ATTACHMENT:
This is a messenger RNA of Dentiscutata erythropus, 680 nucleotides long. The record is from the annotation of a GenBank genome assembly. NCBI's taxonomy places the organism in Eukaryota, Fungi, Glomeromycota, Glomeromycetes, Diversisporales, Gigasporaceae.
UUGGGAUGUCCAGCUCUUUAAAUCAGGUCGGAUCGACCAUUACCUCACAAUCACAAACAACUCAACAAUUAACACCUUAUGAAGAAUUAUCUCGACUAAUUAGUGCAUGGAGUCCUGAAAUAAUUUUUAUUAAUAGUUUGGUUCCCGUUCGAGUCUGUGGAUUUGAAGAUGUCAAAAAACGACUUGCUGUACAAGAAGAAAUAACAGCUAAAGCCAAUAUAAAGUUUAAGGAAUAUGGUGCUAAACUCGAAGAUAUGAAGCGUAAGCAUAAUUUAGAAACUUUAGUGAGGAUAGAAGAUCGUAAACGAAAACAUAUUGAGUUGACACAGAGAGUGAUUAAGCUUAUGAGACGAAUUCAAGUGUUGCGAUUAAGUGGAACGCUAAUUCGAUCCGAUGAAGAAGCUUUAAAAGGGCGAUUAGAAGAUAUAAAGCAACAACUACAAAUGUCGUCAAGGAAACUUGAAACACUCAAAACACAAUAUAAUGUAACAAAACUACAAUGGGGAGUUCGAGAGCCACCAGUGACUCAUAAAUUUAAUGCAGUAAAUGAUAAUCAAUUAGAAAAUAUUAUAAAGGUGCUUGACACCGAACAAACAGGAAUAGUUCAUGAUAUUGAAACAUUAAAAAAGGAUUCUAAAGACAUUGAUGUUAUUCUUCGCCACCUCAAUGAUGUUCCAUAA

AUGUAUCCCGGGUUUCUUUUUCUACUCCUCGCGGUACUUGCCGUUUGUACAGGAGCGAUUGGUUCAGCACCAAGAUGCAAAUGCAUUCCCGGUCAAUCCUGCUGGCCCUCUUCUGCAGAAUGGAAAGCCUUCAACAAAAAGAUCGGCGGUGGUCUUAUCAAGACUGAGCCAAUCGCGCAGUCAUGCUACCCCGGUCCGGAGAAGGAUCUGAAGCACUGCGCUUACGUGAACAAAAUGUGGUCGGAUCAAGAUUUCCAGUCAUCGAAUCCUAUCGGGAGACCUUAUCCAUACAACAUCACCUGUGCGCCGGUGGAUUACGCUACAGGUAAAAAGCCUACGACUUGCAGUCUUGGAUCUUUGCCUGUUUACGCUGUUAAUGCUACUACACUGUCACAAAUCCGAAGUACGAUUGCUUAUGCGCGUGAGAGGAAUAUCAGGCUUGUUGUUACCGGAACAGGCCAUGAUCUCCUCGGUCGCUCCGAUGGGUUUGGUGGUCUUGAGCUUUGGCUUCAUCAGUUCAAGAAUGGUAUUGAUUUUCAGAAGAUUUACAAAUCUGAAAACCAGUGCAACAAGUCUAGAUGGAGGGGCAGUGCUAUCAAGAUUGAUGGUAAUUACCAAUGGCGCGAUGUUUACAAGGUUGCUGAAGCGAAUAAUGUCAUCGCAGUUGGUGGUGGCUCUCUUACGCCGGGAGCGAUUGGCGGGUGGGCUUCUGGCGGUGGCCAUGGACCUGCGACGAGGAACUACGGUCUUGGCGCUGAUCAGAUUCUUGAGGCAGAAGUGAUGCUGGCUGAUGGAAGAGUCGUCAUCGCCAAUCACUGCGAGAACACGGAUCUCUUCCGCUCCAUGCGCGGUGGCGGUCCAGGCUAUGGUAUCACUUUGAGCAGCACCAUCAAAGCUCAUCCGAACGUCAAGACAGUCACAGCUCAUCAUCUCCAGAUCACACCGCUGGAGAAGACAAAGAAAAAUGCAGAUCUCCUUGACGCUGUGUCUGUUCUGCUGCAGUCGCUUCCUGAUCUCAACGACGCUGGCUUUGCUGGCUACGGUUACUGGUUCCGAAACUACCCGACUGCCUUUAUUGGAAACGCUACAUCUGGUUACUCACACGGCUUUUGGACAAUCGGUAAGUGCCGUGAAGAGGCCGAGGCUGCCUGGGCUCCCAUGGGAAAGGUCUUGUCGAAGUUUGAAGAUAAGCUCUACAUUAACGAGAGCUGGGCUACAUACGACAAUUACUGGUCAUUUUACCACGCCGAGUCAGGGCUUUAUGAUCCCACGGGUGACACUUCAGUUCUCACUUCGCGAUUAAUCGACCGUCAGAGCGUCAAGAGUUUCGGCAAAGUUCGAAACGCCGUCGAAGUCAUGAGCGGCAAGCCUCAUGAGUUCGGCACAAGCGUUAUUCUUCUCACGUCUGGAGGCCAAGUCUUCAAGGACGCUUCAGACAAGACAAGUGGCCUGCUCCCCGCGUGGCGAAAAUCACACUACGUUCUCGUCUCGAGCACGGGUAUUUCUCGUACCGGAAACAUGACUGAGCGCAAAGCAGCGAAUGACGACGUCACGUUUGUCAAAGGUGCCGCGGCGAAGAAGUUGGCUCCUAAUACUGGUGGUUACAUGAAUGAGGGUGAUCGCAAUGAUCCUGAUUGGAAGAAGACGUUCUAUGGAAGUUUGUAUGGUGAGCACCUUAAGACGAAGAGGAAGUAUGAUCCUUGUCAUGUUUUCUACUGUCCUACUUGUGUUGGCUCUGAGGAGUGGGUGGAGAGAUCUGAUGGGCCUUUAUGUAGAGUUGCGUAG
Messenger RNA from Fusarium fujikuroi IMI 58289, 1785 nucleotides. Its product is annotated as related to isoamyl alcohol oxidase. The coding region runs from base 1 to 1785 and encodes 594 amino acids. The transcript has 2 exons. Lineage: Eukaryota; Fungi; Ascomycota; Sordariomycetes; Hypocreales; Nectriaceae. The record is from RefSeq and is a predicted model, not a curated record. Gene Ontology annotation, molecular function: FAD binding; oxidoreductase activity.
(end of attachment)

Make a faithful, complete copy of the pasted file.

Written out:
This is a messenger RNA of Dentiscutata erythropus, 680 nucleotides long. The record is from the annotation of a GenBank genome assembly. NCBI's taxonomy places the organism in Eukaryota, Fungi, Glomeromycota, Glomeromycetes, Diversisporales, Gigasporaceae.
UUGGGAUGUCCAGCUCUUUAAAUCAGGUCGGAUCGACCAUUACCUCACAAUCACAAACAACUCAACAAUUAACACCUUAUGAAGAAUUAUCUCGACUAAUUAGUGCAUGGAGUCCUGAAAUAAUUUUUAUUAAUAGUUUGGUUCCCGUUCGAGUCUGUGGAUUUGAAGAUGUCAAAAAACGACUUGCUGUACAAGAAGAAAUAACAGCUAAAGCCAAUAUAAAGUUUAAGGAAUAUGGUGCUAAACUCGAAGAUAUGAAGCGUAAGCAUAAUUUAGAAACUUUAGUGAGGAUAGAAGAUCGUAAACGAAAACAUAUUGAGUUGACACAGAGAGUGAUUAAGCUUAUGAGACGAAUUCAAGUGUUGCGAUUAAGUGGAACGCUAAUUCGAUCCGAUGAAGAAGCUUUAAAAGGGCGAUUAGAAGAUAUAAAGCAACAACUACAAAUGUCGUCAAGGAAACUUGAAACACUCAAAACACAAUAUAAUGUAACAAAACUACAAUGGGGAGUUCGAGAGCCACCAGUGACUCAUAAAUUUAAUGCAGUAAAUGAUAAUCAAUUAGAAAAUAUUAUAAAGGUGCUUGACACCGAACAAACAGGAAUAGUUCAUGAUAUUGAAACAUUAAAAAAGGAUUCUAAAGACAUUGAUGUUAUUCUUCGCCACCUCAAUGAUGUUCCAUAA

AUGUAUCCCGGGUUUCUUUUUCUACUCCUCGCGGUACUUGCCGUUUGUACAGGAGCGAUUGGUUCAGCACCAAGAUGCAAAUGCAUUCCCGGUCAAUCCUGCUGGCCCUCUUCUGCAGAAUGGAAAGCCUUCAACAAAAAGAUCGGCGGUGGUCUUAUCAAGACUGAGCCAAUCGCGCAGUCAUGCUACCCCGGUCCGGAGAAGGAUCUGAAGCACUGCGCUUACGUGAACAAAAUGUGGUCGGAUCAAGAUUUCCAGUCAUCGAAUCCUAUCGGGAGACCUUAUCCAUACAACAUCACCUGUGCGCCGGUGGAUUACGCUACAGGUAAAAAGCCUACGACUUGCAGUCUUGGAUCUUUGCCUGUUUACGCUGUUAAUGCUACUACACUGUCACAAAUCCGAAGUACGAUUGCUUAUGCGCGUGAGAGGAAUAUCAGGCUUGUUGUUACCGGAACAGGCCAUGAUCUCCUCGGUCGCUCCGAUGGGUUUGGUGGUCUUGAGCUUUGGCUUCAUCAGUUCAAGAAUGGUAUUGAUUUUCAGAAGAUUUACAAAUCUGAAAACCAGUGCAACAAGUCUAGAUGGAGGGGCAGUGCUAUCAAGAUUGAUGGUAAUUACCAAUGGCGCGAUGUUUACAAGGUUGCUGAAGCGAAUAAUGUCAUCGCAGUUGGUGGUGGCUCUCUUACGCCGGGAGCGAUUGGCGGGUGGGCUUCUGGCGGUGGCCAUGGACCUGCGACGAGGAACUACGGUCUUGGCGCUGAUCAGAUUCUUGAGGCAGAAGUGAUGCUGGCUGAUGGAAGAGUCGUCAUCGCCAAUCACUGCGAGAACACGGAUCUCUUCCGCUCCAUGCGCGGUGGCGGUCCAGGCUAUGGUAUCACUUUGAGCAGCACCAUCAAAGCUCAUCCGAACGUCAAGACAGUCACAGCUCAUCAUCUCCAGAUCACACCGCUGGAGAAGACAAAGAAAAAUGCAGAUCUCCUUGACGCUGUGUCUGUUCUGCUGCAGUCGCUUCCUGAUCUCAACGACGCUGGCUUUGCUGGCUACGGUUACUGGUUCCGAAACUACCCGACUGCCUUUAUUGGAAACGCUACAUCUGGUUACUCACACGGCUUUUGGACAAUCGGUAAGUGCCGUGAAGAGGCCGAGGCUGCCUGGGCUCCCAUGGGAAAGGUCUUGUCGAAGUUUGAAGAUAAGCUCUACAUUAACGAGAGCUGGGCUACAUACGACAAUUACUGGUCAUUUUACCACGCCGAGUCAGGGCUUUAUGAUCCCACGGGUGACACUUCAGUUCUCACUUCGCGAUUAAUCGACCGUCAGAGCGUCAAGAGUUUCGGCAAAGUUCGAAACGCCGUCGAAGUCAUGAGCGGCAAGCCUCAUGAGUUCGGCACAAGCGUUAUUCUUCUCACGUCUGGAGGCCAAGUCUUCAAGGACGCUUCAGACAAGACAAGUGGCCUGCUCCCCGCGUGGCGAAAAUCACACUACGUUCUCGUCUCGAGCACGGGUAUUUCUCGUACCGGAAACAUGACUGAGCGCAAAGCAGCGAAUGACGACGUCACGUUUGUCAAAGGUGCCGCGGCGAAGAAGUUGGCUCCUAAUACUGGUGGUUACAUGAAUGAGGGUGAUCGCAAUGAUCCUGAUUGGAAGAAGACGUUCUAUGGAAGUUUGUAUGGUGAGCACCUUAAGACGAAGAGGAAGUAUGAUCCUUGUCAUGUUUUCUACUGUCCUACUUGUGUUGGCUCUGAGGAGUGGGUGGAGAGAUCUGAUGGGCCUUUAUGUAGAGUUGCGUAG
Messenger RNA from Fusarium fujikuroi IMI 58289, 1785 nucleotides. Its product is annotated as related to isoamyl alcohol oxidase. The coding region runs from base 1 to 1785 and encodes 594 amino acids. The transcript has 2 exons. Lineage: Eukaryota; Fungi; Ascomycota; Sordariomycetes; Hypocreales; Nectriaceae. The record is from RefSeq and is a predicted model, not a curated record. Gene Ontology annotation, molecular function: FAD binding; oxidoreductase activity.